Aerial wolf killing–which Alaskans twice voted to ban only to have their wishes rejected by the State Legislature — is about as far from hunting as CAFOs are from farming.  Furthermore, despite Sarah Palin’s garblings, this issue does not implicate the 2nd Amendment and has nothing to do with Ashley Judd.  It is about using fixed wing aircraft to terrify and then butcher defenseless animals.

Proponents call this practice “predator control.”   Actually, that would make a good title for this bill.  Never have there been predators more in need of control.  Let us wish this bill godspeed as it runs the legislative gauntlet.

More here and here.

–David Cassuto

The Otter Hunt Reborn

yawningEn route to Montreal for the GRIDA Animal Law Conference (see post here), I picked up some Canadian newspapers.  From the NationalPost, I learn that aboriginals on Vancouver Island hope to kill 1% of the region’s sea otters per year for “ceremonial reasons.”

Sea otters, like so many other fur-bearing animals, were hunted to near extinction in Canada during the heyday of the European fur trade in the eighteenth and nineteenth centuries.  They were reintroduced into British Columbia from Alaska in the early 1970s and have made progress, repopulating approximately 30% of their original range.  In 2007, the Canadian government downlisted otters from “threatened” to “special concern.”  Now, the Nuu-chah-nulth tribe and federal fisheries officials have crafted a sea otter “management plan” that will permit tribe members to shoot them.  Related story here.

This has strong parallels to the wolf scenario in the United States (some irony: the wolf-bloodthirsty governor of Idaho is named Otter…).  I appreciate the need for sensitivity to native people and traditions — an issue that does not pertain to the U.S. wolf situation.  And the discussion over when and how concern for animals should defer to native traditions must be ongoing and vigorous (it will likely surprise no one that I believe human rituals, whatever their provenance, are less important than animal lives).  But here the issue should not yet be ripe.  The otter has not even fully recovered its numbers and remains at risk.  Why the hurry to kill them?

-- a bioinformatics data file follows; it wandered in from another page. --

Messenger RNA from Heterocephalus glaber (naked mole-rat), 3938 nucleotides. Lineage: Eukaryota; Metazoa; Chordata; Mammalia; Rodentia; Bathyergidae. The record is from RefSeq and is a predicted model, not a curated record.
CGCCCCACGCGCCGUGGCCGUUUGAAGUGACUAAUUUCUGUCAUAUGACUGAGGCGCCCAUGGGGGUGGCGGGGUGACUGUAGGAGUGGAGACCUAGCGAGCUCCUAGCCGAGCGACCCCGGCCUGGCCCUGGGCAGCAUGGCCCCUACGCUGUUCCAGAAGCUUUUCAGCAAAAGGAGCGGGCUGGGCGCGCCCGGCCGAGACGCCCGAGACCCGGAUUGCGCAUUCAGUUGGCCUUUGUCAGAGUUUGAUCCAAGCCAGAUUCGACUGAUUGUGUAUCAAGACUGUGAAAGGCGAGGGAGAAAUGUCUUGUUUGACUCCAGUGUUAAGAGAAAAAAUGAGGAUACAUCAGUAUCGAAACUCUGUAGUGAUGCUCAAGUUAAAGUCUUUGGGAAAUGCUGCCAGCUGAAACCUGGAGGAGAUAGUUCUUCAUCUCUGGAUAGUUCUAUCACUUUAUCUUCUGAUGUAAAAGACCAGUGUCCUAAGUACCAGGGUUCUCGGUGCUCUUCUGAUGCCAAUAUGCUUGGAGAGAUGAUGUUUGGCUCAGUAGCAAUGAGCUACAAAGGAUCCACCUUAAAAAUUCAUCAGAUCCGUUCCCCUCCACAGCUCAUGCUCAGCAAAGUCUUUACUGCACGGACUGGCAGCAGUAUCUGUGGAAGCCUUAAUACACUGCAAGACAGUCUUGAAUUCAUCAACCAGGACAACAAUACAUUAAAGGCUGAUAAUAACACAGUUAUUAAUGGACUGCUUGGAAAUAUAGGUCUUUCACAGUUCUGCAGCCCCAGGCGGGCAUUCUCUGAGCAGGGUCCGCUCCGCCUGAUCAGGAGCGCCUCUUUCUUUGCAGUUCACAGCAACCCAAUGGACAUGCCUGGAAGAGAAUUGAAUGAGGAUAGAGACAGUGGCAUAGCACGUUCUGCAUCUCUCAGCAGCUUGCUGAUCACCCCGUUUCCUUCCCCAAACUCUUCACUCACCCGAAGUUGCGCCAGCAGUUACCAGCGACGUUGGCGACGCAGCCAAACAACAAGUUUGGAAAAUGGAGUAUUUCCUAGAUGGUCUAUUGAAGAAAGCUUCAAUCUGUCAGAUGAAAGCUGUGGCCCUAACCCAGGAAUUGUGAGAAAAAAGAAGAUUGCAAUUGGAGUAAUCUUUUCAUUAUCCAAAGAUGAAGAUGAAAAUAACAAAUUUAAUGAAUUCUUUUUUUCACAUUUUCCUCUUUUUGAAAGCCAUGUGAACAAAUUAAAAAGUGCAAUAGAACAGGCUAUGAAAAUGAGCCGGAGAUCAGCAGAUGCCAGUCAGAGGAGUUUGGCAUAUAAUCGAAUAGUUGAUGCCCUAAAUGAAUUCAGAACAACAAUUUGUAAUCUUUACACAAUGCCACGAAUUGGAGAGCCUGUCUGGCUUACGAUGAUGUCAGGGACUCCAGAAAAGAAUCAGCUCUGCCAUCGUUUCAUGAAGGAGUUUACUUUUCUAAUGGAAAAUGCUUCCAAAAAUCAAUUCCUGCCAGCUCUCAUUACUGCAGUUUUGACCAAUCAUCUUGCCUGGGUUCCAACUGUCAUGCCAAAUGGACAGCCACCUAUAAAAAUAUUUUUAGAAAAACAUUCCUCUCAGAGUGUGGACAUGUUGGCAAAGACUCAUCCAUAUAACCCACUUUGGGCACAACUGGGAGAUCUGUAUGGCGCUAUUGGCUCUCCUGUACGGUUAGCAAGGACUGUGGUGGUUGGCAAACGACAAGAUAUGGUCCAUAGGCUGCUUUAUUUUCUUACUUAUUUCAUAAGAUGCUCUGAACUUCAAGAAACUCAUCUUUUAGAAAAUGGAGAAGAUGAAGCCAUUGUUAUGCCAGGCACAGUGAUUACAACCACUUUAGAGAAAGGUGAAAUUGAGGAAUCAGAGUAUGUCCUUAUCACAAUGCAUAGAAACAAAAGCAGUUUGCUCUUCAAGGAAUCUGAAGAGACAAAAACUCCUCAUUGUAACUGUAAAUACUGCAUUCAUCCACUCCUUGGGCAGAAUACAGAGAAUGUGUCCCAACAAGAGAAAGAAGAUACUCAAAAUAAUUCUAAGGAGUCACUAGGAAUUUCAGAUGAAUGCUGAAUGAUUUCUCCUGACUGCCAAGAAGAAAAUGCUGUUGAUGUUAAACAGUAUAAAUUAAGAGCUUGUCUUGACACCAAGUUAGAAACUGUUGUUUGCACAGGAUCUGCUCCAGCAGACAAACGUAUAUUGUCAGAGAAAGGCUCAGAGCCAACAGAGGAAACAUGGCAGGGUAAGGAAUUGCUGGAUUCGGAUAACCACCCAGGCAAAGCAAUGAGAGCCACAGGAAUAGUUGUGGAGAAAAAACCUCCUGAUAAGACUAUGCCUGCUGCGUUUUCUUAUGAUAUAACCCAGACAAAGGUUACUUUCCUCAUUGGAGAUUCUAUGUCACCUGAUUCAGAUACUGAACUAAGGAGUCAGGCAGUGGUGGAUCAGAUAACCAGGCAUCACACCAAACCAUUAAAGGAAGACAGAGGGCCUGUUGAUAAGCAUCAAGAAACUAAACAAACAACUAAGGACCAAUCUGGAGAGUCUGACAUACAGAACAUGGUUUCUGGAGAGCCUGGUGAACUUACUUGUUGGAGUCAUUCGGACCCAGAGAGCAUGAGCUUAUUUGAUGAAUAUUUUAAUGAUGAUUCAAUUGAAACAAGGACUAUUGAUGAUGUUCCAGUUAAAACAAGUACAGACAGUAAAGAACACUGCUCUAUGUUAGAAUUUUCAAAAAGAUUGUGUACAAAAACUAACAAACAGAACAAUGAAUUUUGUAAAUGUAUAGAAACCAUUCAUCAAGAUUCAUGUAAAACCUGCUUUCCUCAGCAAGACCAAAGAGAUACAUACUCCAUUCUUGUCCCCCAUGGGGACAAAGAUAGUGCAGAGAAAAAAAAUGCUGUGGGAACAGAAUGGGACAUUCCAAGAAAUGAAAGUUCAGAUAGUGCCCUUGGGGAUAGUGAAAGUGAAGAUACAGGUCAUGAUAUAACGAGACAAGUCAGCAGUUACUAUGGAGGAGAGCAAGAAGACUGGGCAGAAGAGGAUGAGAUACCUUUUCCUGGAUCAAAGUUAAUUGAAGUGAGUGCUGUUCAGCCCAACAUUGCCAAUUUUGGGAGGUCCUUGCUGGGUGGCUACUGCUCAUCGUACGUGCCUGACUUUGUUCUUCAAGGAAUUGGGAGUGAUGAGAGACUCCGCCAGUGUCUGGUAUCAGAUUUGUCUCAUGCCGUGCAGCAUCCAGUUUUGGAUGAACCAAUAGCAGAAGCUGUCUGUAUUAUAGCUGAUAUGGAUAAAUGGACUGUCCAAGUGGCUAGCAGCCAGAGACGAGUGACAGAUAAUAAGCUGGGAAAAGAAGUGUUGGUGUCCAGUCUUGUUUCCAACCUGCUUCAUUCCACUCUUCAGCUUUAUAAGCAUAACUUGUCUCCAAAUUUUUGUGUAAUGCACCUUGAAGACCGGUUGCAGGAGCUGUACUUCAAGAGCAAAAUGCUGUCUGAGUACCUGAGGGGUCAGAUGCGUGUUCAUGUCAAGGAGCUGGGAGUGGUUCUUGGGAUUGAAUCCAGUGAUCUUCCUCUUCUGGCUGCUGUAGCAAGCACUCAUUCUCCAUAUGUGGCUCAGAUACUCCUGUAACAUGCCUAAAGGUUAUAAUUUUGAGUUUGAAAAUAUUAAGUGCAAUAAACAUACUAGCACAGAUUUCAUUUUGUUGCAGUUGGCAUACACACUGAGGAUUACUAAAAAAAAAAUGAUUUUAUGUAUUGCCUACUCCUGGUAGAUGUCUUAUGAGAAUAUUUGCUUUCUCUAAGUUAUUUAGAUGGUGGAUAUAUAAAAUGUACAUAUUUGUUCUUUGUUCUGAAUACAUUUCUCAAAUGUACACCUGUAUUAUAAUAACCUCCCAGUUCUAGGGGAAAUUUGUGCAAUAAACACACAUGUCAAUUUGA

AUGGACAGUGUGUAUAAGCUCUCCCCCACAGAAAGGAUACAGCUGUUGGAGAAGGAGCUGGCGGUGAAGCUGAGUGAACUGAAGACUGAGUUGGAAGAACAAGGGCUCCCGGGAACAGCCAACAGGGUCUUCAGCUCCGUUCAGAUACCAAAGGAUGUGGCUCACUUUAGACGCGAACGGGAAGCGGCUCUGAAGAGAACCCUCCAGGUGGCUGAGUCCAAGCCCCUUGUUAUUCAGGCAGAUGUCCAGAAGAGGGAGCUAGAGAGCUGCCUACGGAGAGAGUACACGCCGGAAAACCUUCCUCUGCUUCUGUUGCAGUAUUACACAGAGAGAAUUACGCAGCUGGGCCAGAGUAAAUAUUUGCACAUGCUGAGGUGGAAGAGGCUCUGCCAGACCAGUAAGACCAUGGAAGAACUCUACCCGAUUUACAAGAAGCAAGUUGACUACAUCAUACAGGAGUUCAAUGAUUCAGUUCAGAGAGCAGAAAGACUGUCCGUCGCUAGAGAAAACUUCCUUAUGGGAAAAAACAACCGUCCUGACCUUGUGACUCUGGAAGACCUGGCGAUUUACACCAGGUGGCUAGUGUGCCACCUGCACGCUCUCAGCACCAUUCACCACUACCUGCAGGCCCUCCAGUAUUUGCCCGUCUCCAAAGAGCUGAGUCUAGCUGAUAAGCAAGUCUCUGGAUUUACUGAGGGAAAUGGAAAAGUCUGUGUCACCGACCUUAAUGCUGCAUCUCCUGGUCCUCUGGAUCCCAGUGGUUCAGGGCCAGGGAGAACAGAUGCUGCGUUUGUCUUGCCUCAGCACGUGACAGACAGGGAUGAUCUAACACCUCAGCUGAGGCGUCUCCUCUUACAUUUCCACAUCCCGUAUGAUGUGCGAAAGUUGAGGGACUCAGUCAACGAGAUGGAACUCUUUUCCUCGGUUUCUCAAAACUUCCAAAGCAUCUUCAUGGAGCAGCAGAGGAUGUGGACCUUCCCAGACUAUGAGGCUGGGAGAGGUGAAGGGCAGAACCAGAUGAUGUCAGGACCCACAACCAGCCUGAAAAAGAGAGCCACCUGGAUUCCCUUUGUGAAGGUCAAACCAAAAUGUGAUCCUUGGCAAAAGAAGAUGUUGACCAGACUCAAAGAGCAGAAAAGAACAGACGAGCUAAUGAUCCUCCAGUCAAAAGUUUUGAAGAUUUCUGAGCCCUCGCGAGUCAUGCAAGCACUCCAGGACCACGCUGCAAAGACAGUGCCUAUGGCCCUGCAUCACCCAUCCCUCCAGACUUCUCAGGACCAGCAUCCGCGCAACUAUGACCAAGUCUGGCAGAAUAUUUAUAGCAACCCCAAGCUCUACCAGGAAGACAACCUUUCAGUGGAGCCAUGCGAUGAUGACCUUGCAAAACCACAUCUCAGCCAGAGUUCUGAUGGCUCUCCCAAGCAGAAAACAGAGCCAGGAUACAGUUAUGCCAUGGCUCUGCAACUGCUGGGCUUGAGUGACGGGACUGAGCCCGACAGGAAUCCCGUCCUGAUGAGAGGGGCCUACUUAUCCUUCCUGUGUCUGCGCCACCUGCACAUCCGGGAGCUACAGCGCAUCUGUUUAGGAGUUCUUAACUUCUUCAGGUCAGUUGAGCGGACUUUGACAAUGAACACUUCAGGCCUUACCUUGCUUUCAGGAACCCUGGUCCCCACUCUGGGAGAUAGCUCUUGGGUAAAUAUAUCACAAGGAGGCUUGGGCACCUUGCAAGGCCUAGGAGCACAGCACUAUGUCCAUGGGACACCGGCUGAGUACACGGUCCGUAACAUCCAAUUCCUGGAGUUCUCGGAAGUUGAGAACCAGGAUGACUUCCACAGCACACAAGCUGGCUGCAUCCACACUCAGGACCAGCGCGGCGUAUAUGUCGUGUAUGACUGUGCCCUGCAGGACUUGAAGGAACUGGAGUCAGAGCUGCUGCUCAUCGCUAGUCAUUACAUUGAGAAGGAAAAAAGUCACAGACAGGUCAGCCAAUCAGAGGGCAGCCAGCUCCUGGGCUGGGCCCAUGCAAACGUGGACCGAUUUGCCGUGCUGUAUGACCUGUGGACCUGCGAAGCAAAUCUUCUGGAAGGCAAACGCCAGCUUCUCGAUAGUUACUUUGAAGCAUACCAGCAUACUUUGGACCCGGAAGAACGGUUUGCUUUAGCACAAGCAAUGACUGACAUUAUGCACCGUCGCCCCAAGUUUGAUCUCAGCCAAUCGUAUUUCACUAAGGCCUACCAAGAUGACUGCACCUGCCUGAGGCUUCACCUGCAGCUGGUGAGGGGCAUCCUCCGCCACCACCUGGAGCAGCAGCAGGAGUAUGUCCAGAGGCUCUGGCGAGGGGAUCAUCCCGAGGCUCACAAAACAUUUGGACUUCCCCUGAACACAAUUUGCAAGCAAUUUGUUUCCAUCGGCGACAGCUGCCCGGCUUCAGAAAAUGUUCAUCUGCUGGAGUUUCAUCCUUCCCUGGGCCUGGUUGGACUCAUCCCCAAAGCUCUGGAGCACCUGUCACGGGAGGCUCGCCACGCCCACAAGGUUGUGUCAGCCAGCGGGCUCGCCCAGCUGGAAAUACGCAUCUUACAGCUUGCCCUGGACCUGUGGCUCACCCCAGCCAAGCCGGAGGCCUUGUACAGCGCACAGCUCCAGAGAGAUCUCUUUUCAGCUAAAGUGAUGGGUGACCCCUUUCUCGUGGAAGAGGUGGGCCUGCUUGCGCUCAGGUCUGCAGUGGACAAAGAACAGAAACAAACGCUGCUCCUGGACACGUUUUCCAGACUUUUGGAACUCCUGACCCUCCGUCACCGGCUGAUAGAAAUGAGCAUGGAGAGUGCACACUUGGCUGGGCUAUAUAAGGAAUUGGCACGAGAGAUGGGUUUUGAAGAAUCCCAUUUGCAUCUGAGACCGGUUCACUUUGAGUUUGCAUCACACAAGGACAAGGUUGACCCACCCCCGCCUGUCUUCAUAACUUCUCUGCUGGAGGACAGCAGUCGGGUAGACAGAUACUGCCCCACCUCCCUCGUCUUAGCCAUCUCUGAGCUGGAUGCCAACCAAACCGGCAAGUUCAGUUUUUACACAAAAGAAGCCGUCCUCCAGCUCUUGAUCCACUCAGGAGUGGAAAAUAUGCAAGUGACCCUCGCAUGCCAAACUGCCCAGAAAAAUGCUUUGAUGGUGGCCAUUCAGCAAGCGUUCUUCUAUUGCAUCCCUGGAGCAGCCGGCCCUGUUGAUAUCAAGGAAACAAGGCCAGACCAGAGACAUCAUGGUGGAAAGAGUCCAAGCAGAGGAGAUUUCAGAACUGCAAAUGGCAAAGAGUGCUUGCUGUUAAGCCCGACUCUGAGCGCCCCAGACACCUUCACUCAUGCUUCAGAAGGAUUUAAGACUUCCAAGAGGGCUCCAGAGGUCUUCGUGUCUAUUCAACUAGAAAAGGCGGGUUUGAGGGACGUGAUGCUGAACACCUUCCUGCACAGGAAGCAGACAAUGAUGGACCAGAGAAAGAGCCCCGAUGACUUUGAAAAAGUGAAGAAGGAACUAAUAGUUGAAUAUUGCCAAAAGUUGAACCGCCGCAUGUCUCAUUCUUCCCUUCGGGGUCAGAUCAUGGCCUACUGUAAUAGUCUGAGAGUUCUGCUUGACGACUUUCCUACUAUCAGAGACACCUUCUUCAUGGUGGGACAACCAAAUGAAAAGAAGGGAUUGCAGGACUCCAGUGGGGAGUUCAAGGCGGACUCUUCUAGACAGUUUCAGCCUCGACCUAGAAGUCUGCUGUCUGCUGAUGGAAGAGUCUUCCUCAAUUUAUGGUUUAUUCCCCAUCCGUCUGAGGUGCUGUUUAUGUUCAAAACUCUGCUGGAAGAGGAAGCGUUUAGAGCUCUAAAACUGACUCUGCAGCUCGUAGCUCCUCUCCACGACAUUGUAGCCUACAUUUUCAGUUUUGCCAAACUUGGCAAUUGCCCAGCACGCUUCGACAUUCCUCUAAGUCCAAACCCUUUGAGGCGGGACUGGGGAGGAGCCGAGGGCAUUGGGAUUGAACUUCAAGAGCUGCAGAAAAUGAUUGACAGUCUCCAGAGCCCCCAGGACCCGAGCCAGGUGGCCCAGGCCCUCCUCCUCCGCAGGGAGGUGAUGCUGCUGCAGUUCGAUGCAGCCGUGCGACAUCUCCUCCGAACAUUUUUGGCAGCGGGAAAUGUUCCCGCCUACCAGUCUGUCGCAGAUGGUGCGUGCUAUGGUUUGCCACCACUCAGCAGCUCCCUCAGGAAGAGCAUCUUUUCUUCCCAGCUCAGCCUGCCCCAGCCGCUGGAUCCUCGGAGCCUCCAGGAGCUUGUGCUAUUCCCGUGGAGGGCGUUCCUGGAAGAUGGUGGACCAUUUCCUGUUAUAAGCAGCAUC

–David Cassuto

Wolf-delisting: The Politics of Blood

gray-wolf-gazingGeorge Bush and his peeps thought gray wolves should be delisted as endangered species in Montana and Idaho.  So does Ken Salazar and, we must assume, Barack Obama.  Bush and peeps also thought it okay to ignore allies.  So, apparently, do Ken Salazar and Barack Obama.  But never mind politics.

Wolves were hunted to near extinction in this country due in large part to their (undeserved) reputation as dangerous predators and to the caterwauling of ranchers who like to poison, shoot or trap anything that might eat their animals before people do.  Thanks to the Endangered Species Act and a well-executed reintroduction program in the Northwest (carried out over the vociferous protests of ranchers and others), there are now approximately 1600 wolves in the Northern Rockies.

That, apparently, is too many.  Since Montana and Idaho have pledged to maintain populations of 400 and 500 animals, respectively, wolf-hunting may soon commence.  Supposedly, states can be trusted to create sound management plans for the animals.  Idaho Governor Butch Otter has a plan: kill as many as possible without the wolves being relisted.  You see, wolves eat elk and that means less elk for people to shoot.  It’s a crime perpetrated on the American sportsman.  Upon hearing the news of the imminent delisting, Governor Otter howled with glee and declared, “I’m prepared to bid for that first ticket to shoot a wolf myself.”

One wonders if Idaho and Montana will be like Alaska — where “hunters” can shoot wolves from the air.  Or maybe it will just be another classic confrontation of a heavily armed man against an unarmed animal who, when it dies, will almost certainly be attempting to flee.  You see, in the history of the United States, there has never been a fatal attack on a human by a wolf.  Never.

My son is doing a report on wolves for his class.  He has become fascinated by their language, their pack life, and their intelligence.  He is incredulous that they were extirpated from most of the United States and indignant about their undeserved reputation.  Last night, I told him of the Obama Administration’s decision.  He was heartbroken.

dnc

Yet Another Reason to Never Vote For Sarah Palin

Sarah Palin implemented a program to encourage the hunting of wolves in order to eliminate the natural predators of moose and caribou. Why? So that Alaskan hunters could have more moose and caribou to kill. She also asked Bush to exclude polar bears from the endangered species list. Watch this recent video of Palin’s interview while turkeys are being slaughtered for yet another reason to never vote for her. 

Luis Chiesa